Planned for a 2031 launch, Athena will probe 10 to 100 times deeper into the cosmos than previous missions. To achieve this challenge, the mission requires new X-ray optics technology.
Thales Alenia Space, a joint venture between Thales (67 %) and Leonardo (33 %), has signed a contract with ESA worth 2,8m for the study, design, manufacture and test of the ATHENA Mirror Assembly Module Demonstrator. ATHENA (Advanced Telescope for High ENergy Astrophysics) is the second Large mission in the ESA Science Cosmic Vision programme, focusing on the Hot and Energetic processes in the Universe by mapping hot gas structures and determining their physical properties as well as searching for supermassive black holes.
The purpose of this mission is to try to understand how does ordinary matter assemble into the large-scale structures we see today and how do black holes grow and shape the Universe.
To address the first question, it will be necessary to map hot gas structures in the Universe specifically the gas in clusters and groups of galaxies, and the intergalactic medium determine their physical properties and track their evolution through cosmic time. To answer the second question, supermassive black holes (SMBH) must be revealed, even in obscured environments, out into the early Universe, and both the inflows and outflows of matter and energy as the black holes grow must be understood.
Planned to be launched in 2031, Athena will probe 10 to 100 times deeper into the cosmos than previous X-ray missions, to observe the very hottest, high-energy celestial objects. To achieve this challenge, the mission requires entirely new X-ray optics technology.
In this frame, the ATHENA Mirror will be the largest X-ray optics ever built: the achievement of the very demanding scientific goals requires in fact quite a large effective area in the bandwidth range. Therefore the telescope optics must be able to collect and focus the X-rays through a wide circular structure of about 2.5 m diameter.
The Mirror Structure will bear about 600 accurately co-aligned Mirror Modules based on the innovative Silicon Pore Optics technology. It must be stiff and extremely stable to meet the scientific optical performances. The Mirror Assembly Module is then pointed to the two different instruments by means of a complex and very accurate steering system.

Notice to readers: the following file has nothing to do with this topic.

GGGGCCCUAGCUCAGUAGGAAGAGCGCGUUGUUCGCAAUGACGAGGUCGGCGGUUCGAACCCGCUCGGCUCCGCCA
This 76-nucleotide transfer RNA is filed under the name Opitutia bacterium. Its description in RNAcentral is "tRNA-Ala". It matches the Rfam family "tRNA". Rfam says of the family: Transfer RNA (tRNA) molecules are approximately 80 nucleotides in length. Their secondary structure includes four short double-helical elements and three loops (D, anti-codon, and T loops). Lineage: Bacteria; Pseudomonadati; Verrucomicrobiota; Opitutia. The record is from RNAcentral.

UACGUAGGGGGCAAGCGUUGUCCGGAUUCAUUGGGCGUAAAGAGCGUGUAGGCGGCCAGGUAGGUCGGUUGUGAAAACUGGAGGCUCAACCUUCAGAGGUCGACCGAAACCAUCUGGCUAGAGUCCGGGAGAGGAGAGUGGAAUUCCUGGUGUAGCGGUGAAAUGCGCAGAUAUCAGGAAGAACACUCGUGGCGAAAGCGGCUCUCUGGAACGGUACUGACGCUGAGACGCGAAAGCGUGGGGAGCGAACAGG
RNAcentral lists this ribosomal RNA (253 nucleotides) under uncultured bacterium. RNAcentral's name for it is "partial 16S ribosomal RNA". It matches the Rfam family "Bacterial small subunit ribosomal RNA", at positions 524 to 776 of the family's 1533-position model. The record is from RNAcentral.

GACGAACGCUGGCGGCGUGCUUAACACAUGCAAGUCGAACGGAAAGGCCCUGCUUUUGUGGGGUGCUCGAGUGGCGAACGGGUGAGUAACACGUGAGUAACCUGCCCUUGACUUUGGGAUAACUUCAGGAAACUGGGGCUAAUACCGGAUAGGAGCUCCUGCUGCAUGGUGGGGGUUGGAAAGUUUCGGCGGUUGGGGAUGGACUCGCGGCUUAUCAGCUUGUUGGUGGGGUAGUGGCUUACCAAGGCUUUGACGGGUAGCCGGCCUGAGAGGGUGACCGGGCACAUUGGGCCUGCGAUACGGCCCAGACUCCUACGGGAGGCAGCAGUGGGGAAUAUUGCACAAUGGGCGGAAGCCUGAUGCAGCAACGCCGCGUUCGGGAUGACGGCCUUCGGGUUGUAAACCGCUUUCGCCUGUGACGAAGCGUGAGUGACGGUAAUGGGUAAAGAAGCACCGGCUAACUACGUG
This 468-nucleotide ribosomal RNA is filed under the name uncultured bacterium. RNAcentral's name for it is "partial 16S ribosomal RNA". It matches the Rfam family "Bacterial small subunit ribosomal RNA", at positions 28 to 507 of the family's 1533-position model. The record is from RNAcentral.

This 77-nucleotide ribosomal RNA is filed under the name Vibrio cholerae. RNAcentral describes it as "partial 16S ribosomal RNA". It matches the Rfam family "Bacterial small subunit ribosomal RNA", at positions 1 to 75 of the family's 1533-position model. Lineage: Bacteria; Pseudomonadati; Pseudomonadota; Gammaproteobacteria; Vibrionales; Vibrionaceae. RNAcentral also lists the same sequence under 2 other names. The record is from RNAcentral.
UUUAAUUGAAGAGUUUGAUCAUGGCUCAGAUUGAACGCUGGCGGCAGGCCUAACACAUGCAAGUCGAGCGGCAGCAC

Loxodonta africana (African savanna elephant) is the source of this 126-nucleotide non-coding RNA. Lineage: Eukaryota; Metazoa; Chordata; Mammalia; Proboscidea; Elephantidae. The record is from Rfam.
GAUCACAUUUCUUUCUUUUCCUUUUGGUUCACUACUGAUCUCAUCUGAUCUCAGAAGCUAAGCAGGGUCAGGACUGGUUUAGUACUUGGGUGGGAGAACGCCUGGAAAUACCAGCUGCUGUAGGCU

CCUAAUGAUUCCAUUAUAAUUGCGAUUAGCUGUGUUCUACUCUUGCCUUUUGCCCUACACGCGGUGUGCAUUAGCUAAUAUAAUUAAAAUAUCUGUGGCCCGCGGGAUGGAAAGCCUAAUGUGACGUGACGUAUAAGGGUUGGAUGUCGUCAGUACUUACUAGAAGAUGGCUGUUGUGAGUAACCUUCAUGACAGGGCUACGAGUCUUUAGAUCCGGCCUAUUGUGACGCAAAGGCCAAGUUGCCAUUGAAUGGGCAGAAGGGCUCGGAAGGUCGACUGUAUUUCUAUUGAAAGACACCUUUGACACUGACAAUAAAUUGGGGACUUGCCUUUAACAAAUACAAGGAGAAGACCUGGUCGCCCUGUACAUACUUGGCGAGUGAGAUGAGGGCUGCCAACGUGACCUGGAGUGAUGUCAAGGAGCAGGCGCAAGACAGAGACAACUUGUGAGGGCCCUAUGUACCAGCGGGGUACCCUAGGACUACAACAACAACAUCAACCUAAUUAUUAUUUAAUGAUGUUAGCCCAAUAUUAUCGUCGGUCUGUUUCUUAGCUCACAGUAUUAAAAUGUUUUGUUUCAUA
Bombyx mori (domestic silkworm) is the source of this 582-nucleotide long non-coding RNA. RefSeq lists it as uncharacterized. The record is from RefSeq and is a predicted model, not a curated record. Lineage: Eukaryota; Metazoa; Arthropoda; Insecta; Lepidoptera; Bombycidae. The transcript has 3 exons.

Thales Alenia Space is the prime contractor of the activity that will focus in the next 20 months on the design, development and testing of a full-scale Mirror Assembly Module demonstrator and will allow the verification of critical functions prior to mission adoption.
The activity is in particular aimed at demonstrating the capability of manufacturing and integrating a full-sized Mirror Assembly compatible with all the functional and interface requirements of the ATHENA mission, performing environmental tests to verify the compatibility of the ATHENA Mirror Assembly with the applicable mechanical and thermal loads by means of a dedicated testing campaign, including the alignment verification of the Mirror Modules.
A dedicated activity is then foreseen to integrate specific thermal control system and perform a representative test campaign. The overall results will demonstrate the readiness of the relevant technology and process that will be made available for the implementation in the ATHENA spacecraft – planned to start in 2022.
This is one of the most enabling technologies to make the ATHENA mission possible. The specialists corner The satellite will consist of a single large-aperture grazing-incidence X-ray telescope, utilizing a novel technology (High-performance Silicone pore optics) developed in Europe, with 12m focal length and 5 arcsec Half Energy Width (HEW) on-axis angular resolution. The focal plane contains two instruments. One is the Wide Field Imager (WFI) providing sensitive wide-field imaging and spectroscopy and high count-rate capability. The other one is the X-ray Integral Field Unit (X-IFU) delivering spatially resolved high-resolution X-ray spectroscopy over a limited field of view.